Advocacy, politics, running a business and cool new products flavor the conversations at Natural Products Association MarketPlace. What else do you get when veteran retailers, politicians, NPA members and manufacturers converge in Las Vegas to talk shop? Bill Crawford, director of retail publishing programs for New Hope Natural Media, says NPAM is a true retailers’ show. “The attendees [at the show] are the true blue—they’re very committed to the industry’s retail population. I love their passion for the industry, their passion for their stores,” he said.
This year's show, June 23rd to 25th, is the 75th anniversary for MarketPlace. On Thurs., June 23rd at 4 p.m., Crawford, along with Natural Foods Merchandiser editor, Anna Soref, will present "NFM’s Market Overview: Implications and Applications for Retailers" at the Las Vegas Convention Center in room S231. Here’s a sneak peak:
Q: In what areas do you see sales rebounds from 2009?
A: It’s interesting to look at regional growth for a sales snapshot. Over the past 5 years, when you look at the Pacific region for example, sales have increased by about 45 percent. In the Mountain states growth is hitting 45 percent.
Q: What’s behind these impressive numbers?
A: I think it’s a function of natural and organic products becoming an integrated part of the diet and lifestyle of mainstream [consumers] in these parts of the country.
Q: Aside from unemployment, what else is impacting independent natural products store sales?
A: For the 5th year in a row the average number of miles per car has decreased again. I think it’s strictly an economic function, but where I think it’s a challenge is for the stores with the more limited inventory. It’s harder for someone to justify a trip to multiple outlets if products are available at just one store. So it creates a challenge for the smaller store to create a compelling reason for the consumer to shop with them when the same products are found elsewhere.
Q: Mass conventional stores are rolling out small-format stores in rapid succession. Is this a threat to natural products stores?
A: What they are calling a “small store” is, in a sense, on par with an average, or even larger-than-average, natural products store, so it’s really not a huge threat. When grocery stores get smaller they have to limit selection. And when natural stores have a smaller footprint, they have to have a more limited selection. So in one sense [smaller mass stores] may be teaching customers that you can find what you are looking for in a small footprint; a store doesn’t have to humongous to find what you need.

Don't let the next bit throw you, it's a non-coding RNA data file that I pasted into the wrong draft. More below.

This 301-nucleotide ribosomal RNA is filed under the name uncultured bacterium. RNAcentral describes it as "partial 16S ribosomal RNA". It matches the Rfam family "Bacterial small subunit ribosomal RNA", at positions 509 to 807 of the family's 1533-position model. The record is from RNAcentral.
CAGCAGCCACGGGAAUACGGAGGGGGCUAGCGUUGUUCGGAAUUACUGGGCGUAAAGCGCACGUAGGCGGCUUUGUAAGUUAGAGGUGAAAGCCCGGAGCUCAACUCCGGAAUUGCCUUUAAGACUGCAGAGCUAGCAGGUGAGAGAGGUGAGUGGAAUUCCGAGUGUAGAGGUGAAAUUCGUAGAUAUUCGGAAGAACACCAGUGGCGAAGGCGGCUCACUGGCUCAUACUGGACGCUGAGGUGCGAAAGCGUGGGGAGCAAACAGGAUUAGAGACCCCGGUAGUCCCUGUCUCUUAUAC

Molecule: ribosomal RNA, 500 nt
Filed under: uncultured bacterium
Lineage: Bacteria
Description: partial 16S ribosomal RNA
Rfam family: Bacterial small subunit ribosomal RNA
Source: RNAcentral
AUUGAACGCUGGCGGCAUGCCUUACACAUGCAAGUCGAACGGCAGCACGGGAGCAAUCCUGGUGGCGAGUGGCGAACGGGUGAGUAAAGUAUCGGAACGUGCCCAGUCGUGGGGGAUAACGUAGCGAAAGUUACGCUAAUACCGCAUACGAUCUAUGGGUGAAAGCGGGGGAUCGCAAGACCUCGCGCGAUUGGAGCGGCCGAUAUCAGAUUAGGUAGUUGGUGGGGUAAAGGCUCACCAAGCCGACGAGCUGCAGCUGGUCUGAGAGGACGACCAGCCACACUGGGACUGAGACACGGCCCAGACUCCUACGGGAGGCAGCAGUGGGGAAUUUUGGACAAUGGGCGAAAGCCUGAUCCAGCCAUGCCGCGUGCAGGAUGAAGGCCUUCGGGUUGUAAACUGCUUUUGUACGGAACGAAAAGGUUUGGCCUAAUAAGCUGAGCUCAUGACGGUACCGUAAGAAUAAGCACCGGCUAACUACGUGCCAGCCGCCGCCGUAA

Q: We are constantly hearing about record unemployment numbers for the US in the news, but the numbers show natural products stores are doing well, how come?
A: We are seeing remarkably low unemployment for people with college degrees and higher unemployment for people with only high school diplomas. So the people who typically frequent natural products stores are still employed. And typically, natural products consumers are educated consumers—they understand what they’re eating and why and they understand the correlation between diet and health. They’ve also got the incomes to afford the premium price that goes along with a natural or organic product.
Q: Mass stores are getting better at being wellness centers by offering staff dietitians, classes and education fairs. Is this something natural products stores should pay attention to?
A: Natural products retailers definitely need to take notice that mass grocery stores are making a big point of strategic emphasis on health. 78 percent of grocery chains are saying that a health and wellness strategy is vital for their success. 20 percent of grocery chains have in-store dietitians. If you think back 10 years ago would you have thought that grocery stores would have had in-store dietitians? Everyone, including Starbucks, is putting a big emphasis on health and wellness in their offerings. And as we’ve certainly seen over the last couple of years, there is a growing presence of natural and organic food in those channels.